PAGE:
Charlotte Taylor

Assistant Vice President for Integrated Labs
MedStar Health
Start Date: 1969

ONLY TWO UNITS BUSY ON 9-11

I was administrative director for the 13 departments that make up MedStar Washington Hospital Center's "Laboratory" on the morning of September 11, 2001, when one of the pathologists yelled for me to get to the nearest TV. It was sheer pandemonium as everyone scrambled to find out what was going on, what might be next, and to locate friends and loved ones. The hospital went into high gear to get ready for the expected influx of Pentagon casualties. We weren't prepared for what happened next.

As word of the tragedy spread, people began to show up in droves at the Blood Bank. Moved to action, to do anything they could to help, they assumed a big supply of blood would be needed to treat the wounded.

We were overwhelmed, but so grateful for the community's response that we didn't have the heart to turn anyone away. We recruited every available lab employee who had ever drawn blood to pitch in, after a hasty re-training on procedures. Sometime after midnight, sheer exhaustion finally forced us to close the doors and turn the remaining donors away. They returned the next morning.

Of course, as everyone knows, very few victims survived. While the entire hospital was on red alert, only two areas were actually affected - the Burn Unit, frantically working to save the survivors, and the Blood Bank, busy serving those who wanted to help.

THE LABS, FROM THE BOTTOM UP

After graduating from college with a Bachelor of Science, I became a medical technology student at the Hospital Center in 1969. We lived in the old nurses' residence, now the East Building, along with nursing and radiology students and residents. To supplement my meager stipend - I think I earned $.43 an hour! - I moonlighted as a switchboard operator for Mrs. Oelberg, the residence's administrator.

During the course of my career, I moved up through the ranks from a bench tech, to an education coordinator for our medical technology program, to a laboratory information systems supervisor - MedStar Washington Hospital Center installed one of the first computerized labs in the area in 1982! Later I was promoted to director of operations, then administrative director. Today I work with all the MedStar hospitals as Assistant Vice President for Integrated Labs. That's one of the wonderful things about the Hospital Center: there's room and opportunities to grow.

Of all the positions I've held, one of the most rewarding and instructive was when I was the newly appointed Director of Operations. At the time, patients came to the lab, versus going to what is currently called a draw station, and my office was right next to the waiting room. Well, it could get pretty busy and noisy, so I asked my boss, Dr. Mary Kass, whether I could move further down the hall.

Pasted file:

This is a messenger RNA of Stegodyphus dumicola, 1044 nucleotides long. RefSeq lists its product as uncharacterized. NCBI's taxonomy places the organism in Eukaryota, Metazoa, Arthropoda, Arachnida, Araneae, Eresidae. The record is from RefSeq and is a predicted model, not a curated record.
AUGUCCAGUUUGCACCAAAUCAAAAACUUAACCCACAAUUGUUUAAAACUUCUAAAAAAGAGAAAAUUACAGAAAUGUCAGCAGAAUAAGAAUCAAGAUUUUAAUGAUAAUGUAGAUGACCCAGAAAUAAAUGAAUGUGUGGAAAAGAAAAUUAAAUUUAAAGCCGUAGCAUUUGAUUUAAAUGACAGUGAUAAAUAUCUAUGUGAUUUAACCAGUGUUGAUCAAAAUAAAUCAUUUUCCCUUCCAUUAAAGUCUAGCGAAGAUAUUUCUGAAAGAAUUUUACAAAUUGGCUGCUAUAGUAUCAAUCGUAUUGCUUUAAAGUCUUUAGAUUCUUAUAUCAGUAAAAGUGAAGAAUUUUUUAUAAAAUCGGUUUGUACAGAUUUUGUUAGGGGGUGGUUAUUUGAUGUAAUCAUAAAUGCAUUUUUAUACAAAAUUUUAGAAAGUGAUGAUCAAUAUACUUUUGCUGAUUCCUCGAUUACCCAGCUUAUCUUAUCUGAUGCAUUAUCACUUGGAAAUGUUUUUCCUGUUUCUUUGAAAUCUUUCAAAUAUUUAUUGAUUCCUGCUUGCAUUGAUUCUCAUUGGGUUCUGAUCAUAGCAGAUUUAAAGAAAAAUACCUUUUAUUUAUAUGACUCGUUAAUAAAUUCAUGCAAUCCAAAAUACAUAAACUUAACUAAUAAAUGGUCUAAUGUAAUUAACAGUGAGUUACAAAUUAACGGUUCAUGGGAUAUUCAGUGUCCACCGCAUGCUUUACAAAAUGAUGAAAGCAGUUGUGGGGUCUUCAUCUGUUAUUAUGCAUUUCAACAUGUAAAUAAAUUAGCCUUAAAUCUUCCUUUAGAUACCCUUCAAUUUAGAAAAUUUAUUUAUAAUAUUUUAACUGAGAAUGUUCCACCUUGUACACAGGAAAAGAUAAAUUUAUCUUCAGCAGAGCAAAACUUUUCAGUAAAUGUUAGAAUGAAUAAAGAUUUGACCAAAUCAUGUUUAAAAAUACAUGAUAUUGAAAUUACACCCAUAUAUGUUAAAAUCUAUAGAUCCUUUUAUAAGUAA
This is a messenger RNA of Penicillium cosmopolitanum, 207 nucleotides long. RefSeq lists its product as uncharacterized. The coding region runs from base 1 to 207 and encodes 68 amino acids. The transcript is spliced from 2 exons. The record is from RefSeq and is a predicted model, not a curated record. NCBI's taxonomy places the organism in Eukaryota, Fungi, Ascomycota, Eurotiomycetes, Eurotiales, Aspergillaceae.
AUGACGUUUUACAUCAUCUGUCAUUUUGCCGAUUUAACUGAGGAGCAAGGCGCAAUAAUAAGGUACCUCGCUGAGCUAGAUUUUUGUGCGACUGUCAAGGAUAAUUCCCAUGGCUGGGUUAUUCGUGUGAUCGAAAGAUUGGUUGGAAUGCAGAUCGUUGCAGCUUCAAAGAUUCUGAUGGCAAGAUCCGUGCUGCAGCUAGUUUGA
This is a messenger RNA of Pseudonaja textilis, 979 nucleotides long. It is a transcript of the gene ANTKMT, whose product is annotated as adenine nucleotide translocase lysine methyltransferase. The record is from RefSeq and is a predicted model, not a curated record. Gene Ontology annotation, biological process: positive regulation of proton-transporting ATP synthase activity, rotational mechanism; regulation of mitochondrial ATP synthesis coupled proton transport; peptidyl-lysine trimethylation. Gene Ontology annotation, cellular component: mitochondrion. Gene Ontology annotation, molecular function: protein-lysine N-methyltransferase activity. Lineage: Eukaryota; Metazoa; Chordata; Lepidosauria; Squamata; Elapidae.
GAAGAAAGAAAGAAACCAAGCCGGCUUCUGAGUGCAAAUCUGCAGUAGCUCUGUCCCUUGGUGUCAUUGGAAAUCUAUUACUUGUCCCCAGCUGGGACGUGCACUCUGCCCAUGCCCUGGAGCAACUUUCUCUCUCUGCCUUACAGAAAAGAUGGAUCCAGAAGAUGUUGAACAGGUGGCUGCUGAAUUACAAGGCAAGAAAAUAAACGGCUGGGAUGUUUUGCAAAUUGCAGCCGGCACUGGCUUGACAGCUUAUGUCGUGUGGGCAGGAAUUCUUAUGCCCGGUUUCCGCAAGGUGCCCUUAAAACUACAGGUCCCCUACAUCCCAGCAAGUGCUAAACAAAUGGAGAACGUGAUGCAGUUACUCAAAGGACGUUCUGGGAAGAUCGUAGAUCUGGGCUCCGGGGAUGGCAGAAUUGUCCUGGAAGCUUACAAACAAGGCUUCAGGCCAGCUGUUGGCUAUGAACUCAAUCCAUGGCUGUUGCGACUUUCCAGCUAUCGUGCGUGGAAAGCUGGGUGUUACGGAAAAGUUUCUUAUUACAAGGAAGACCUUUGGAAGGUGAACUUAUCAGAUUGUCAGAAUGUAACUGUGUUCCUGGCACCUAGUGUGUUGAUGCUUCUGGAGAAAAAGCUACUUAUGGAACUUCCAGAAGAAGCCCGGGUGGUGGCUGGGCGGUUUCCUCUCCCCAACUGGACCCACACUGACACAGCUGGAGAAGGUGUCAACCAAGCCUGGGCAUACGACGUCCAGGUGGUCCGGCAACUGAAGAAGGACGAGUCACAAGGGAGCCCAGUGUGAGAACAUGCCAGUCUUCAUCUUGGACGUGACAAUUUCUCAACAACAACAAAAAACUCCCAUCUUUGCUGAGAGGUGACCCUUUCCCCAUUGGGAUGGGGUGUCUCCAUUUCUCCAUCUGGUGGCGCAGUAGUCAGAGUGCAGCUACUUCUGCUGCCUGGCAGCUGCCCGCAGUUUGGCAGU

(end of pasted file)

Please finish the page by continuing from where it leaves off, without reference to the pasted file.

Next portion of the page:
"Absolutely not," was her reply! "Your office is exactly where it should be. You need to keep your door and your ears open, so you can make sure that patients are being taken care of and hear what's being said!" It was great advice, and an approach to customer service that I still try to follow. Of course, it also provided me the opportunity to develop relationships with patients that were "frequent flyers" and to meet many of the key individuals involved with the hospital, including Ken Samet's (then the hospital's president) mother and grandmother. What a wonderful diversion from our everyday work.

ALL IN THE FAMILY

I met my husband Ron while we both worked as medical technologists in 1970 and married him a year later. We often worked in the same lab, but tried to keep our personal and professional lives separate. As a result, many people didn't realize we were husband and wife, even though I had taken his name! There were many family affairs at WHC, in the lab alone we had as many as eight married couples working in different sections at one time. Ron retired in 2001 from MedStar Research Institute, after 35 years of service.

During high school, our daughter Nicole volunteered and held summer jobs at the Hospital Center. In 1999, then a registered nurse, she joined her father and me on the Hospital Center's payroll until she moved out-of-state in 2005. Now, our future daughter-in-law has just started on 3F as a nurse. And our son was so influenced by a tour of the helicopter pad when he was 8 that he made flying his career. He began working as a pilot for Air Wisconsin in August 2007. Talk about your workplace playing a part in your life! I've been blessed to work for the MedStar Washington Hospital Center and MedStar Health.